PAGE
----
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Sunday, 2 December 2012

Sylvia Syms born 2 December 1917

Sylvia Syms (December 2, 1917 - May 10, 1992) was one of America's most distinguished cabaret and jazz singers with a profound appreciation of lyrics. She consistently made self-deprecating references to her physical appearance, yet always sang with extraordinary truth and conviction. Syms released many albums, but never caught on with the general public; however, like a more jazz-oriented Mabel Mercer, she ruled the New York cabaret circuit

She was born Sylvia Blagman in Brooklyn, New York. As a child, she had polio. As a teenager, she went to jazz-oriented nightclubs on New York's 52nd Street, and received informal training from Billie Holiday. In 1941 she made her debut at a club called Billy's Stable.

In 1948, performing at the Cinderella Club in Greenwich Village, she was seen by Mae West, who gave her a part in a show she was doing. It was no particular secret that West surrounded herself with portly women to make herself appear slimmer, and Sylvia's casting was no exception. Mae West gave her the part of Flo the Shoplifter in a revival of Diamond Lil. She subsequently appeared in the regional theatre on many occasions as Bloody Mary in South Pacific and as Dolly Levi in Hello, Dolly!, and also acted in straight roles.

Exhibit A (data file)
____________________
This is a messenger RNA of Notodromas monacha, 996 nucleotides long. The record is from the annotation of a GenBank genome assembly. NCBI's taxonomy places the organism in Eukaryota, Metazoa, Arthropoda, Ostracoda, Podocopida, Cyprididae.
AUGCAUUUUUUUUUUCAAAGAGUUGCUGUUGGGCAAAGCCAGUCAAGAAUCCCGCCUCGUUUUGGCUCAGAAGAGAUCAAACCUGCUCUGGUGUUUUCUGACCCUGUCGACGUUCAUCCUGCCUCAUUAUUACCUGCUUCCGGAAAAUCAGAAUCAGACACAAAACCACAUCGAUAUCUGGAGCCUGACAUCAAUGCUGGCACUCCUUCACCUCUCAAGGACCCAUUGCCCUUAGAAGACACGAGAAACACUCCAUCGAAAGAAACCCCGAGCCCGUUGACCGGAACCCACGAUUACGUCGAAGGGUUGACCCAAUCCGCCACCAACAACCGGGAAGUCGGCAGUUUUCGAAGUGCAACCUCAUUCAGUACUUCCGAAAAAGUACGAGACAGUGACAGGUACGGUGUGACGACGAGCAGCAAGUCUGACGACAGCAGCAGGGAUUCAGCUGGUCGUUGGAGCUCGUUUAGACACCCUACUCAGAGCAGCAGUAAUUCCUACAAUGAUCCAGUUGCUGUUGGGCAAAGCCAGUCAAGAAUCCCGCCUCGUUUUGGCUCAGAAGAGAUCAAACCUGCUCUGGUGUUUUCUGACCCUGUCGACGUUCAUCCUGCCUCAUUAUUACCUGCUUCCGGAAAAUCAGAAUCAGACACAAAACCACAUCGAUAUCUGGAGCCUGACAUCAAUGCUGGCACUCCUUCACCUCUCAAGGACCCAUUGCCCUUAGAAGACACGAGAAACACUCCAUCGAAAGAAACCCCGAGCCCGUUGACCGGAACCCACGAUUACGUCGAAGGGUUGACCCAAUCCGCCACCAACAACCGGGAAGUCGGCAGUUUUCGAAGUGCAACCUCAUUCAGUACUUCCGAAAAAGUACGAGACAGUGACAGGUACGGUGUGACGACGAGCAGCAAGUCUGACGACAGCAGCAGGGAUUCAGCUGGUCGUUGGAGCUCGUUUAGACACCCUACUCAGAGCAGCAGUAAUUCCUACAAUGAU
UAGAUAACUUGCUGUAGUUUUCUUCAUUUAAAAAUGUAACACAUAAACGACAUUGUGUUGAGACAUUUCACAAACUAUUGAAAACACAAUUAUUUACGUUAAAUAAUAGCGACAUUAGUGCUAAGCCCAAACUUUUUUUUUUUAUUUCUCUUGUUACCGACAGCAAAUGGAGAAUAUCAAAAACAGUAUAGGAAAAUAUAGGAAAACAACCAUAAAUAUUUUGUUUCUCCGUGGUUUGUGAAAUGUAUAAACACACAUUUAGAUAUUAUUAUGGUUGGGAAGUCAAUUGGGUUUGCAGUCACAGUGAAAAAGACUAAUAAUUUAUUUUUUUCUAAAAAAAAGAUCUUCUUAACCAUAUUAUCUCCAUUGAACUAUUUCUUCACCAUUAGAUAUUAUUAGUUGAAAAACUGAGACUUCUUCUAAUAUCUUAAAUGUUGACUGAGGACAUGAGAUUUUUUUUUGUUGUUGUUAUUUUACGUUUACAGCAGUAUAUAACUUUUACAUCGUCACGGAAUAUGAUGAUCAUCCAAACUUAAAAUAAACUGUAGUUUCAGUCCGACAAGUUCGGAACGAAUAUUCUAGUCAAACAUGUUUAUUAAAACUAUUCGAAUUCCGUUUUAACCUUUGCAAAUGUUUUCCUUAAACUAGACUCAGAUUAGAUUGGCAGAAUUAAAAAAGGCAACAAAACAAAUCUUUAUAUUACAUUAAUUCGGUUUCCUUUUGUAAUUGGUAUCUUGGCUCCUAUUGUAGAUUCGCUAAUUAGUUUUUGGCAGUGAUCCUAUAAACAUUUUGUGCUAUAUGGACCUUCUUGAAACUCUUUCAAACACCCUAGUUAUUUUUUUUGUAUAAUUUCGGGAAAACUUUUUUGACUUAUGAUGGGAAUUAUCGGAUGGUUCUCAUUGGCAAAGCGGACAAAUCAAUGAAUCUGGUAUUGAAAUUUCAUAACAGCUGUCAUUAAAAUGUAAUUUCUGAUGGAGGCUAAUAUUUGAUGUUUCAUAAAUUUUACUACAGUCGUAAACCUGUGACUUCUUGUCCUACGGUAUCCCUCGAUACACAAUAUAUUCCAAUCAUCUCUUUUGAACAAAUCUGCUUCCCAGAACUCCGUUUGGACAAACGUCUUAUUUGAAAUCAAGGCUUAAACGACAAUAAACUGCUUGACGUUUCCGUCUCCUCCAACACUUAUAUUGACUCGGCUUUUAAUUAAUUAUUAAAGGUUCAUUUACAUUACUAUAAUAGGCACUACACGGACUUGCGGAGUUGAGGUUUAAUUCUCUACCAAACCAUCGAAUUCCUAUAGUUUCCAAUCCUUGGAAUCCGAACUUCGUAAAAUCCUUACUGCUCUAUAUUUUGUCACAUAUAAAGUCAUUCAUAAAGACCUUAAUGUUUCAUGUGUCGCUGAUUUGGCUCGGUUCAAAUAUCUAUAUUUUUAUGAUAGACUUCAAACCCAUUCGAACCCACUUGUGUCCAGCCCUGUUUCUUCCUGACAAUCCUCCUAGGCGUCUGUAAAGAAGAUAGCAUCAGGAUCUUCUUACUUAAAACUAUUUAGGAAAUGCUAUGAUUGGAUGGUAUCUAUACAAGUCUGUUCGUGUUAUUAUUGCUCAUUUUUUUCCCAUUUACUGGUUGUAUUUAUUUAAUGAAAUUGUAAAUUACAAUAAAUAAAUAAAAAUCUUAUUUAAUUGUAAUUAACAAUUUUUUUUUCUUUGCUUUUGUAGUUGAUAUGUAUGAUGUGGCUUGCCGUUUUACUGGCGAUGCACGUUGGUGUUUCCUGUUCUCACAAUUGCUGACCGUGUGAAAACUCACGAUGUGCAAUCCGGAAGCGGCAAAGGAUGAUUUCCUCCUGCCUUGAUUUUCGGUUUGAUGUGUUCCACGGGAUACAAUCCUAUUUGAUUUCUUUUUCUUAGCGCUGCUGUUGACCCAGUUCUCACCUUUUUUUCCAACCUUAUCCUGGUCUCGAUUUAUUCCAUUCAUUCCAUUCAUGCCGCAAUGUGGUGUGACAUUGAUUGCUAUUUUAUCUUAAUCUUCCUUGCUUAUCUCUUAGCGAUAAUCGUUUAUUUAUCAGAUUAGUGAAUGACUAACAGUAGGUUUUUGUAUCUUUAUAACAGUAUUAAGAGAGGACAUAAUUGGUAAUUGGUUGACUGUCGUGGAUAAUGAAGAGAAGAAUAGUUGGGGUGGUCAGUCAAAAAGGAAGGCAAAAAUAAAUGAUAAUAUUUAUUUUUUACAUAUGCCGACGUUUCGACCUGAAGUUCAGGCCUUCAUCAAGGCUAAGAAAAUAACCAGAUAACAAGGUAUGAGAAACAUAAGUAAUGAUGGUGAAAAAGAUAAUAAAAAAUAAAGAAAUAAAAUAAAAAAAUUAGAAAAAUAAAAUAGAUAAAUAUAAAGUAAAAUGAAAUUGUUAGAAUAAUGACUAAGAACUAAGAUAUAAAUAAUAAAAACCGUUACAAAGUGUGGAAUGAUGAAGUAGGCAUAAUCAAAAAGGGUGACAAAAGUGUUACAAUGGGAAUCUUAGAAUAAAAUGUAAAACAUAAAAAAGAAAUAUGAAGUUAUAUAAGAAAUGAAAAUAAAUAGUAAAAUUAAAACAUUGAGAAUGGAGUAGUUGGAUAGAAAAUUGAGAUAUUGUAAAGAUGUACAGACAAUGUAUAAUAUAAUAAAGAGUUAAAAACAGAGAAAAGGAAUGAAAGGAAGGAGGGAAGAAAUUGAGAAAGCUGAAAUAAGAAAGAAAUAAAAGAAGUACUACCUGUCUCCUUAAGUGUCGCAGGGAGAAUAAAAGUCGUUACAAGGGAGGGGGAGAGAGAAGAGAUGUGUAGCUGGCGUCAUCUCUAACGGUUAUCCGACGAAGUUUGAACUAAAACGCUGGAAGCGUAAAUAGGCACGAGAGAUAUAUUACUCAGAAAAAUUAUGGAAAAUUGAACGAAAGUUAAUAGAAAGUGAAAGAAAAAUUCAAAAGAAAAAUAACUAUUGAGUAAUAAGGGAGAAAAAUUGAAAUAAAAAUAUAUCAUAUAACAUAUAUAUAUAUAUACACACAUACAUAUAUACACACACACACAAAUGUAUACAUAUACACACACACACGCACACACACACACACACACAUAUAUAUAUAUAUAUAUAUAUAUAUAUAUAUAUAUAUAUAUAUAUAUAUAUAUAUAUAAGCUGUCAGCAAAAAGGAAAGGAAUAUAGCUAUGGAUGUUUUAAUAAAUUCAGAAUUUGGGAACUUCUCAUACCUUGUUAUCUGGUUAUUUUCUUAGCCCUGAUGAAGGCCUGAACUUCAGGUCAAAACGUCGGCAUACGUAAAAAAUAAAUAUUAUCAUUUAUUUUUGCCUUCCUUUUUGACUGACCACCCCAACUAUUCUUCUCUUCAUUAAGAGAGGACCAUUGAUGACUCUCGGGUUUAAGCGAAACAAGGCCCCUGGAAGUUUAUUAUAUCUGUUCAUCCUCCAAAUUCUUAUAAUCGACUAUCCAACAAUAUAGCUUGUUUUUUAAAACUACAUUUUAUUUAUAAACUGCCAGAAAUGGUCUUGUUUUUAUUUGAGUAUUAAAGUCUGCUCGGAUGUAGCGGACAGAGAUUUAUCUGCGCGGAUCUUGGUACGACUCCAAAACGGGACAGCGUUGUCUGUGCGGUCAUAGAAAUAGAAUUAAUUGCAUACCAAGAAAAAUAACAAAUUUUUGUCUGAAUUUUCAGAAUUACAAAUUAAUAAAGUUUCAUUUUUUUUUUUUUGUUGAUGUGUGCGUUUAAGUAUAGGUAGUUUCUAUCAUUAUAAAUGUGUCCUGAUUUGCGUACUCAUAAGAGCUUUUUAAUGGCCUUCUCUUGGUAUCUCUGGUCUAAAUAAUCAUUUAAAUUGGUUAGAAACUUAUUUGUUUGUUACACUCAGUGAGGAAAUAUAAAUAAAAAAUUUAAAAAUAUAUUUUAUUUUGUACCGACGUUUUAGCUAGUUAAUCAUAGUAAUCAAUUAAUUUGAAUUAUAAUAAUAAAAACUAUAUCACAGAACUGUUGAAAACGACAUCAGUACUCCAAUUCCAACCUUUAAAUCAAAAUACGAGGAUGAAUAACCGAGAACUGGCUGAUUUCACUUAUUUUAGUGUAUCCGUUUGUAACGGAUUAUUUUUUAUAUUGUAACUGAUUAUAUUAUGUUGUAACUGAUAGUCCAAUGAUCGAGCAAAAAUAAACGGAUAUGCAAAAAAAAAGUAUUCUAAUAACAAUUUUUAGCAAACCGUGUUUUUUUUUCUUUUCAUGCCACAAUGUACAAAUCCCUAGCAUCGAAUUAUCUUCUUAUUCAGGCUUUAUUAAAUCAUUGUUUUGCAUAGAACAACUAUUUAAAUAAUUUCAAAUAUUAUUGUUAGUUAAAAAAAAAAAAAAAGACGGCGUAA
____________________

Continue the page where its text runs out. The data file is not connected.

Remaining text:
Signed to Decca Records, she had a million-selling record in 1956 with an up-tempo version of "I Could Have Danced All Night" from My Fair Lady, and enjoyed further success with "English Muffins And Irish Stew" and "It's Good To Be Alive".

Frank Sinatra called her the "Buddha" on account of her short "beer barrel" stature, but he was one of her greatest admirers, hailing her as "the best saloon singer in the world". He also produced her 1982 album Syms By Sinatra. In the late 80s and early 90s, Syms still performed occasionally at intimate venues such as Eighty Eight's, Michael's Pub, and Freddy's in New York, where sensitive audiences thrilled to her tasteful selections, which included such delights as "Skylark", "You Are Not My First Love", "I Want To Be Yours", "Fun To Be Fooled", "I Guess I'll Hang My Tears Out To Dry", "It Amazes Me", and "Pink Taffeta".
She died of a heart attack while performing a tribute programme to Frank Sinatra in the Oak Room of the Algonquin Hotel in Manhattan, aged 74. (info from Wikipedia & Encyclopedia Of Popular Music)

Sylvia Syms guests on Buddy Barnes Video from 1983 singing "My Ship". Buddy Barnes on piano. Impeccable phrasing as always.

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